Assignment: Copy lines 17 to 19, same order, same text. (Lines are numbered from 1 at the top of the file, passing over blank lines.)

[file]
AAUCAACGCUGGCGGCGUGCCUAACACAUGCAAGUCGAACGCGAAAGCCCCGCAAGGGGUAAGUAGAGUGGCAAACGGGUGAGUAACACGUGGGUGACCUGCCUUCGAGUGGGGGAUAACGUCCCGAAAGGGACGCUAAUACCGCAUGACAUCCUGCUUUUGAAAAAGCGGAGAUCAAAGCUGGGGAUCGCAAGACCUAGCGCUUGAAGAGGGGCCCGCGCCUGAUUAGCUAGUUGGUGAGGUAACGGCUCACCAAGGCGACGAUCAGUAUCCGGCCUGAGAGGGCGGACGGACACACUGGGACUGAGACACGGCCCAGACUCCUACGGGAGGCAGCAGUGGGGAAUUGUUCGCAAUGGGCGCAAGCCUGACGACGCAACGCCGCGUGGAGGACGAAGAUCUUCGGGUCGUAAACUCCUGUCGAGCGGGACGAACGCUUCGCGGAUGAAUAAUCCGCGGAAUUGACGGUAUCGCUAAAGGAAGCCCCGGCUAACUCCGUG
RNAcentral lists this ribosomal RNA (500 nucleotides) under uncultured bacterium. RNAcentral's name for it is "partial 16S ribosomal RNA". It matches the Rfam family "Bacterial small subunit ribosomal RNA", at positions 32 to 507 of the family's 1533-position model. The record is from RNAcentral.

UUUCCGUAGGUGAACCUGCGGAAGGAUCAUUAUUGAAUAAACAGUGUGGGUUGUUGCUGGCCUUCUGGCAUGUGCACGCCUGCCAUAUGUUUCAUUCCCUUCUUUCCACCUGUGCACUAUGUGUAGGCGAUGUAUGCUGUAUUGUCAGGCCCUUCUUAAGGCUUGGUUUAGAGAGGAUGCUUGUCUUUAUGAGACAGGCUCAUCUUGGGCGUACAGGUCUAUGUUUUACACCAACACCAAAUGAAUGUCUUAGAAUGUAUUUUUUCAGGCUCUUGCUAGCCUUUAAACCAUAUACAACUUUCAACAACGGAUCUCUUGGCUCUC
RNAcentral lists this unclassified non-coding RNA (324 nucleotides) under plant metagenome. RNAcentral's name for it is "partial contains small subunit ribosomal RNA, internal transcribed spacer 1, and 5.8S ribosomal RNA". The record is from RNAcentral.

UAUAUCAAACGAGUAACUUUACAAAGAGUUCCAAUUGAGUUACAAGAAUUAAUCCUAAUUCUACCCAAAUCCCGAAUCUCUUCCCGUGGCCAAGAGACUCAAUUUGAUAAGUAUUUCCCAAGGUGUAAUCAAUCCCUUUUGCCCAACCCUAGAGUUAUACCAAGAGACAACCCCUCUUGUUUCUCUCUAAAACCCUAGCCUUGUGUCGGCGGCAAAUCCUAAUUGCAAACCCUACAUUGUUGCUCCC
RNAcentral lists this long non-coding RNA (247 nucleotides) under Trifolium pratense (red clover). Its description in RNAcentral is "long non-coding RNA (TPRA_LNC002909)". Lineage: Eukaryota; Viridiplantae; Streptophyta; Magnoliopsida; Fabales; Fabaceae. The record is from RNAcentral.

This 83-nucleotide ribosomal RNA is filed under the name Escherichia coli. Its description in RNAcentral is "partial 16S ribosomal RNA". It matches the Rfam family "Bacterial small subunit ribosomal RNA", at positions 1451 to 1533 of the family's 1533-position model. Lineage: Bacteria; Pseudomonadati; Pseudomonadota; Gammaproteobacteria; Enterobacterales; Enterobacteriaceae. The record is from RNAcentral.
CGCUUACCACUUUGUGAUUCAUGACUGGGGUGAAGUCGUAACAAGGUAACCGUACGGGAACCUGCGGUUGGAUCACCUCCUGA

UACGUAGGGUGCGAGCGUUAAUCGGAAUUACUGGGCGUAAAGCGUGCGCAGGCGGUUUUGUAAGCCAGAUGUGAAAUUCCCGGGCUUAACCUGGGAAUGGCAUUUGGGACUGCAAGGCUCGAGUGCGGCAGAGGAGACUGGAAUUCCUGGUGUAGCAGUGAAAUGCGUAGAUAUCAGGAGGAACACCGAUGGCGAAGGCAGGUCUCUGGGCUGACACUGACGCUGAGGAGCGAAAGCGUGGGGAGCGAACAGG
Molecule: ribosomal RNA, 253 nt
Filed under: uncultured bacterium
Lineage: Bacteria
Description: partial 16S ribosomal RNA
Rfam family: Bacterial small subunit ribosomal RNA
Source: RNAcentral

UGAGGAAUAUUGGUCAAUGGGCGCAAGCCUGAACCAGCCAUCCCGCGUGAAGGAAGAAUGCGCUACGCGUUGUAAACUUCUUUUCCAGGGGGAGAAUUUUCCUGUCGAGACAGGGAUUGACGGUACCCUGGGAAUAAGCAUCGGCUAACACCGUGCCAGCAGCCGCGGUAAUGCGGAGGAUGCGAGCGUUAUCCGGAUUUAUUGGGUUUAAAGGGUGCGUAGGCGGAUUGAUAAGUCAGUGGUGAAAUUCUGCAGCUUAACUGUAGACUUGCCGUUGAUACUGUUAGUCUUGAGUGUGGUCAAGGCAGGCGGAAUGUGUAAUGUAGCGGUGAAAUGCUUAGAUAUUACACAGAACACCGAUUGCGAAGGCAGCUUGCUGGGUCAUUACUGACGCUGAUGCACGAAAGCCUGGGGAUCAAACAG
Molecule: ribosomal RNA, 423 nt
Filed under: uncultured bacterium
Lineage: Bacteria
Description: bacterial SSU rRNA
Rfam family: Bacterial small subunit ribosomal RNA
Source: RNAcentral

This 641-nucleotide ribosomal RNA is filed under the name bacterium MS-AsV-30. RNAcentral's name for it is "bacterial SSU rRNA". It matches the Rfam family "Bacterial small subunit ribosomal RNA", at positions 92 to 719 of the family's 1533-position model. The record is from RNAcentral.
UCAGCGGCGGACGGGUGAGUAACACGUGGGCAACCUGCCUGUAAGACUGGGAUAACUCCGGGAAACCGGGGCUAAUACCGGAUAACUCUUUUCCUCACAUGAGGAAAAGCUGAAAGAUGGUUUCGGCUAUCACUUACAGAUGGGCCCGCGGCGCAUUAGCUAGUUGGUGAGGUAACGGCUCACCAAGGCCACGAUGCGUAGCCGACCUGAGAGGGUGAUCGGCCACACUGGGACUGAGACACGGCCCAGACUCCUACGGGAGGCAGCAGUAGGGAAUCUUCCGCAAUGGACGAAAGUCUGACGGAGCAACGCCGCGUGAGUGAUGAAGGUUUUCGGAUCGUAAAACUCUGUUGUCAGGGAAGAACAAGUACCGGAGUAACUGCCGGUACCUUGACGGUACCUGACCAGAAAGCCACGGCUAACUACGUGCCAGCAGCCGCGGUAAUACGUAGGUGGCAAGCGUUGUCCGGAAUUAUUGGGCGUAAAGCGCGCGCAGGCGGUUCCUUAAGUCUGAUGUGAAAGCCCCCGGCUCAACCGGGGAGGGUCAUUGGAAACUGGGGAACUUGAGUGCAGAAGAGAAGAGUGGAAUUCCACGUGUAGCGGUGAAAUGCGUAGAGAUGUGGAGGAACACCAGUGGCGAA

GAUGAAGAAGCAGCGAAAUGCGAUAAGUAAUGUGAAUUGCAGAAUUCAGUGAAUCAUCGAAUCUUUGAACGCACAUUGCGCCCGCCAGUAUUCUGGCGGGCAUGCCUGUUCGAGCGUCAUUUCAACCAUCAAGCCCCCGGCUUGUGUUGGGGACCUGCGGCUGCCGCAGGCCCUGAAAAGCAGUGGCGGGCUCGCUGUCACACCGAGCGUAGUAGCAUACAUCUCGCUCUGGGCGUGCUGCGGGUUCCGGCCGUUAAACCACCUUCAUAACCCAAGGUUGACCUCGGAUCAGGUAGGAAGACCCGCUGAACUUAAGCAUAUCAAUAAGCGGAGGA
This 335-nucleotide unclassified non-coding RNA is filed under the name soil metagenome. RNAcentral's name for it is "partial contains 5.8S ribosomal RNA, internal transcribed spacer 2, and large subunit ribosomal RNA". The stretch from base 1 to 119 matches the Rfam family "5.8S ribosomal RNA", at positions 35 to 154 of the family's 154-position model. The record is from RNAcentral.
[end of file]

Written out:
Molecule: ribosomal RNA, 423 nt
Filed under: uncultured bacterium
Lineage: Bacteria